Paul Krugman: Structural Excuses


 

I promised in an earlier post to say something about why these days I tend to get annoyed when I hear the phrase “structural reform”, especially in Europe.

Part of the reason is that the phrase sounds good, but could mean lots of things. In many cases “structural reform” is code for eliminating worker protections and/or sharply cutting social benefits. Sometimes this may be necessary — let’s face it, France has made it much too attractive to retire at 55 — but such things should be called by their proper names, not wrapped in vague language that conceals the nature of the pain.

That brings me to a second problem: whenever some catchphrase becomes part of what Very Serious People say because it sounds Serious, it’s time to stop using the phrase, to force the VSPs to talk about what they really mean. In the US context, “entitlement reform” is VSP boilerplate — I mean, who can be against reform? But there’s a world of difference between trying to move away from fee for service medicine — a reform I support — and, say, raising the Medicare age, which would be a terrible policy. These things should not be lumped together.

But the main thing about “structural reform” in Europe is the role it plays in discussion of macroeconomic policies. Instead of reflecting on the fact that Europe is sinking deeper into depression five years into the slump, and clearly needs less austerity and more aggressive monetary expansion, the usual suspects start talking about the need for structural reform. And my sense is that this talk of reform has, in practice, become less a real demand for specific actions than an excuse for not facing up to the reality of macroeconomic disaster, and a way to avoid discussing the responsibility of Germany and the ECB, in particular, to help end this disaster.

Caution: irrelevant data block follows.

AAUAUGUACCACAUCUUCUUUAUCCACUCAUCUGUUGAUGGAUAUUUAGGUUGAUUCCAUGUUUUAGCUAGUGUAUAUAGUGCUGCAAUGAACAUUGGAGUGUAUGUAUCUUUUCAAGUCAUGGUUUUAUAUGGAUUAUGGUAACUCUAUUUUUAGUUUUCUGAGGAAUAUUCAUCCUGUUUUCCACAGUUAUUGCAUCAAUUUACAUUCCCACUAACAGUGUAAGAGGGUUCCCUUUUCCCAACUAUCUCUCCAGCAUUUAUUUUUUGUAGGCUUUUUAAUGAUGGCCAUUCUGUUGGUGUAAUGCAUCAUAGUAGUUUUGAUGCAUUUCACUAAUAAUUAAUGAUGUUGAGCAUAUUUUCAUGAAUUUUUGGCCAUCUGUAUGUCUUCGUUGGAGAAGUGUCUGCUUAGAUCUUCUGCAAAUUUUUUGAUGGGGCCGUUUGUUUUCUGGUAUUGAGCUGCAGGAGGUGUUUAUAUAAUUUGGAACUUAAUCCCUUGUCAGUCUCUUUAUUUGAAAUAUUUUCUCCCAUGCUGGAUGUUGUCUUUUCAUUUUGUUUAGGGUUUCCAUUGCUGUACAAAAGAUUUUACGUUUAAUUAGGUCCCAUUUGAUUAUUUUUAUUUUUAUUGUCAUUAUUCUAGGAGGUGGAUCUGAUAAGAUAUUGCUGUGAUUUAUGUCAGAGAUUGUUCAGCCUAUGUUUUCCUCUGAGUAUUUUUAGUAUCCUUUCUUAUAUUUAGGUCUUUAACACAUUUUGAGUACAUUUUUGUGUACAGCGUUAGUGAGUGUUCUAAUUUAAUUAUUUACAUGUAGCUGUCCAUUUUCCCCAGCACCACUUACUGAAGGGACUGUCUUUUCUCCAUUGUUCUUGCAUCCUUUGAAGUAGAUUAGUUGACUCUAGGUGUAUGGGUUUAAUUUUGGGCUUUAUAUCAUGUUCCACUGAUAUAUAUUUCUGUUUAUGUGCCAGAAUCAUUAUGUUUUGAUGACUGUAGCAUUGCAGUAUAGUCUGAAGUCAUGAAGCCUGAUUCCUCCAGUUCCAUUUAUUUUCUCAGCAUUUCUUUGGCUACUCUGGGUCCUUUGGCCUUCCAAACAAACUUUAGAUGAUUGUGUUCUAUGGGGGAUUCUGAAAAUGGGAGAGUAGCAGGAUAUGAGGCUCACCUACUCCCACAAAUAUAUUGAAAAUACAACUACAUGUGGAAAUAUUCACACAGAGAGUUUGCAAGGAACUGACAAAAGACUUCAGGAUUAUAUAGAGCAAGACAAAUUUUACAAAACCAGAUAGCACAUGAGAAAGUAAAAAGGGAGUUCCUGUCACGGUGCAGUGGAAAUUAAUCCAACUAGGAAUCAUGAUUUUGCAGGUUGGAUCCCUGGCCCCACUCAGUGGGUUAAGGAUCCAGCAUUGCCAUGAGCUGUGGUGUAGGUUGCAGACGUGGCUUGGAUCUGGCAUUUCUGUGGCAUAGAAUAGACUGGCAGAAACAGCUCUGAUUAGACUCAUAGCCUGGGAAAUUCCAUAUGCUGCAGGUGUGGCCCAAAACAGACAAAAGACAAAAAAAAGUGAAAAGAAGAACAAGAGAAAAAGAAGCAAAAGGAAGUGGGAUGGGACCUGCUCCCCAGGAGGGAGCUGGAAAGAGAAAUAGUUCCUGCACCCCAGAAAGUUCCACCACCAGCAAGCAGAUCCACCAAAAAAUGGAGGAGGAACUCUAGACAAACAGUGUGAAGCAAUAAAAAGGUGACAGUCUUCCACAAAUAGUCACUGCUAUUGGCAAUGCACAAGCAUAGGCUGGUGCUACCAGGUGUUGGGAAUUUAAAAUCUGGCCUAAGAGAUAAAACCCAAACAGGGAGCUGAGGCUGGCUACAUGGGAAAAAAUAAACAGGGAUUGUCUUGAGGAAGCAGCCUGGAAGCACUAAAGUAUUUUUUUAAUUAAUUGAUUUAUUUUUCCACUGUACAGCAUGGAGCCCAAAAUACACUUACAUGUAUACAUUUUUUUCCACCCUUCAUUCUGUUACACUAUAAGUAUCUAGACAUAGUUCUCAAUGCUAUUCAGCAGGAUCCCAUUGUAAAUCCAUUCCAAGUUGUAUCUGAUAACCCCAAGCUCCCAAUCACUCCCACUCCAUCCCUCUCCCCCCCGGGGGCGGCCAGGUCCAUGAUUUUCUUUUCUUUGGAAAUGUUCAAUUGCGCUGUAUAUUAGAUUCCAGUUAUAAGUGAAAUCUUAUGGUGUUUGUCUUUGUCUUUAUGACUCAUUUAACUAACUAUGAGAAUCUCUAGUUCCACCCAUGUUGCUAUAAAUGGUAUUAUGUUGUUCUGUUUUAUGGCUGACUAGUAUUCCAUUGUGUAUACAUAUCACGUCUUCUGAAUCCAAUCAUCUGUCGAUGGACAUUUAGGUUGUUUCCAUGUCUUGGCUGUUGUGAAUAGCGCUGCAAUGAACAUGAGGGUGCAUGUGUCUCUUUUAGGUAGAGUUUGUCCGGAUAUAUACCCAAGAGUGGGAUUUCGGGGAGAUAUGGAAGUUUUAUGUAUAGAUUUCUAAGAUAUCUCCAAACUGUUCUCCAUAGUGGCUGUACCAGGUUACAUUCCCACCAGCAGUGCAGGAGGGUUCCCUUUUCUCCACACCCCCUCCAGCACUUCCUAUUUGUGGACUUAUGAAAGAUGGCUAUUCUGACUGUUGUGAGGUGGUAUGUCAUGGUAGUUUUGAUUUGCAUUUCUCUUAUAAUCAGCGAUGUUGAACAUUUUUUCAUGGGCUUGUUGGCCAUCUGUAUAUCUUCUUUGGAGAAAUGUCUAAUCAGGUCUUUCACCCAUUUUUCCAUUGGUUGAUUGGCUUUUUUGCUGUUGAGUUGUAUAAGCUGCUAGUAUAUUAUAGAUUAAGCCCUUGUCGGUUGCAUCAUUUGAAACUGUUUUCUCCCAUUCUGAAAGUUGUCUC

Structural Excuses – NYTimes.com

This entry was posted in Europe, HomeWork, Paul Krugman, Structural reform. Bookmark the permalink.

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